Argonauts running back Chad Kackert falls after being tackled by Stampeders linebacker Charleston Hughes during the Grey Cup game at the Rogers Centre in Toronto, Ont., Nov. 25, 2012. (STAN BEHAL/QMI Agency)
TORONTO - The Calgary Stampeders sent out a press release on Oct. 7, 2010, announcing the signing of three players to the practice roster.
The biggest name was linebacker Siddeeq Shabazz, who had spent time with the Edmonton Eskimos and Winnipeg Blue Bombers. Next was defensive lineman Khari Long, who had played the previous season with the Hamilton Tiger-Cats.
Then, kind of as an afterthought, was Chad Kackert. The release said he had a "brief stint" with the Jacksonville Jaguars after a four-year career at the University of New Hampshire.
Ninety-nine times out of 100, the third player on a press release like that doesn't end up doing much in the CFL. Kackert is the exception.
The 26-year-old from Simi Valley, Calif., was named the Grey Cup's most valuable player Sunday night after rushing 20 times for 133 yards and catching a game-high eight passes for 62 more. Add it all up, and he finished with 195 combined yards.
Kackert became just the second running back to be named Grey Cup MVP since 2000, with Montreal's Avon Cobourne taking home the honour in 2009.
Not only was he the third player in a mid-season press release, but Kackert wasn't even Toronto's starting running back at the beginning of the season. That job belonged to Cory Boyd, but it was quite evident new head coach Scott Milanovich had become comfortable with Kackert.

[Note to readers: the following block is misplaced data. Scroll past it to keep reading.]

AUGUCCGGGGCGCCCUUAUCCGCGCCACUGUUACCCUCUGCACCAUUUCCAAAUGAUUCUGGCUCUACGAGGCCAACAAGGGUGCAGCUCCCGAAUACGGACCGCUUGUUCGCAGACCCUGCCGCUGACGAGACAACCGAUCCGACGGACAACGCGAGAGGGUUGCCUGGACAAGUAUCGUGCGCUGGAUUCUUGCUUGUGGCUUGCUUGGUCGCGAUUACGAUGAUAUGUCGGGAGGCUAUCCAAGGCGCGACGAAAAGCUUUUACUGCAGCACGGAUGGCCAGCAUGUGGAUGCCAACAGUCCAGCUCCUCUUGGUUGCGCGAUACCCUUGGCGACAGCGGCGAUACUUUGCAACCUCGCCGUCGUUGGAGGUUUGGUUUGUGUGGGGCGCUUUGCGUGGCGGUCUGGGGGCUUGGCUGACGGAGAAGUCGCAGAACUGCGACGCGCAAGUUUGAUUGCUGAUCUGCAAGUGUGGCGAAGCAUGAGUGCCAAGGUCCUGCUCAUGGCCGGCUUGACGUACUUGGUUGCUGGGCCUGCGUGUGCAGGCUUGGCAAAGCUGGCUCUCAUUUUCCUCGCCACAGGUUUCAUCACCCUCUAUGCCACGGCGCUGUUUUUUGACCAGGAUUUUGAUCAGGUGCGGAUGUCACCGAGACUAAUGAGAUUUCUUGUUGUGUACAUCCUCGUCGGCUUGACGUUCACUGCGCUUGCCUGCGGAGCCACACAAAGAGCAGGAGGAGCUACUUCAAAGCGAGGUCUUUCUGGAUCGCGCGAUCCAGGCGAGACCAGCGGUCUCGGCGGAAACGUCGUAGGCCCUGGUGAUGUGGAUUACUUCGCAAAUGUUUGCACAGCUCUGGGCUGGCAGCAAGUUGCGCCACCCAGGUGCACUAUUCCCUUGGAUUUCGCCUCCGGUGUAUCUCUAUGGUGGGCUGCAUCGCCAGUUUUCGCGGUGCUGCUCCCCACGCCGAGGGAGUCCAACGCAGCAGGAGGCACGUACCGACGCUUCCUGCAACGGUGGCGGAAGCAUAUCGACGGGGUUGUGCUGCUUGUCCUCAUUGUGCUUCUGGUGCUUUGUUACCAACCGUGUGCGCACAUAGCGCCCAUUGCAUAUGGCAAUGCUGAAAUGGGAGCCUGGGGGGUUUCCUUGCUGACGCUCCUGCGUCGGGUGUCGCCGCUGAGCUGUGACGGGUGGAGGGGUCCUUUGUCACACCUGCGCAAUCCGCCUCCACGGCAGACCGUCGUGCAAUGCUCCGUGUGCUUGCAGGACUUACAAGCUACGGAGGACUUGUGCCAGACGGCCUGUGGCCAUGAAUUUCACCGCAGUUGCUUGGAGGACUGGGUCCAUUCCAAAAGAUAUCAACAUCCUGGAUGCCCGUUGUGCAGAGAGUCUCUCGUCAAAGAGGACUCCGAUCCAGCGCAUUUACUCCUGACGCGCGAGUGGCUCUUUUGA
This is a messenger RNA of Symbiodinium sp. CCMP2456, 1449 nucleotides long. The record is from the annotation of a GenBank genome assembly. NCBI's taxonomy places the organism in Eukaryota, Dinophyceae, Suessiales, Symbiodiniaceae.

So he cut Boyd in August ... when Boyd was the CFL's rushing leader.
Kackert didn't last very long in Calgary two years ago due to a hamstring injury, but Argos general manager Jim Barker knew enough about him to sign him. The Double Blue signed him on Valentine's Day, 2011.
It may not have been love at first sight, but it is now.
Kackert fumbled twice in his CFL debut on July 15, 2011, against Montreal, including once on the goal line. Barker, who was the coach at the time, essentially told him to stop fumbling or he would be cut, even though he was filling in for an injured Boyd.
So he stopped fumbling, and now he'll be the toast of the town. He admitted he felt he was going to lose his job last year.
"Yes. I'll be honest," he said. "If you're not getting a chance to play, there's nothing you can prove or disprove. You hope you get that opportunity, and thankfully mine came and I had my whole team behind my back to help me throughout it."
It was in early August, when the 5-foot-8 tailback was on his way to Wakestock, a wakeboarding event in Collingwood, Ont., when his phone rang.
It was Milanovich. Kackert's girlfriend, Natalie, thought he was losing his job. Kackert thought he was calling to see if he was in the U.S. and could maybe pick something up at duty free.
It turned out Milanovich was calling to tell him he was the team's new No. 1 tailback.
And now he's the Grey Cup MVP.
"I just did my part," Kackert said. "I heard the stats, and I guess I had the ball in my hand 28 hands. My legs are going to feel that (Monday), but I got a whole off-season to fix that."
Argos quarterback Ricky Ray, who won his third Grey Cup ring, had plenty of praise for the MVP.
"He's unbelievable," Ray said. "He's so dangerous in the backfield. He has the ability to make so many explosive plays, and that's been the difference maker for us offensively. Just adding him and the weapon he is just made us even more harder to defend."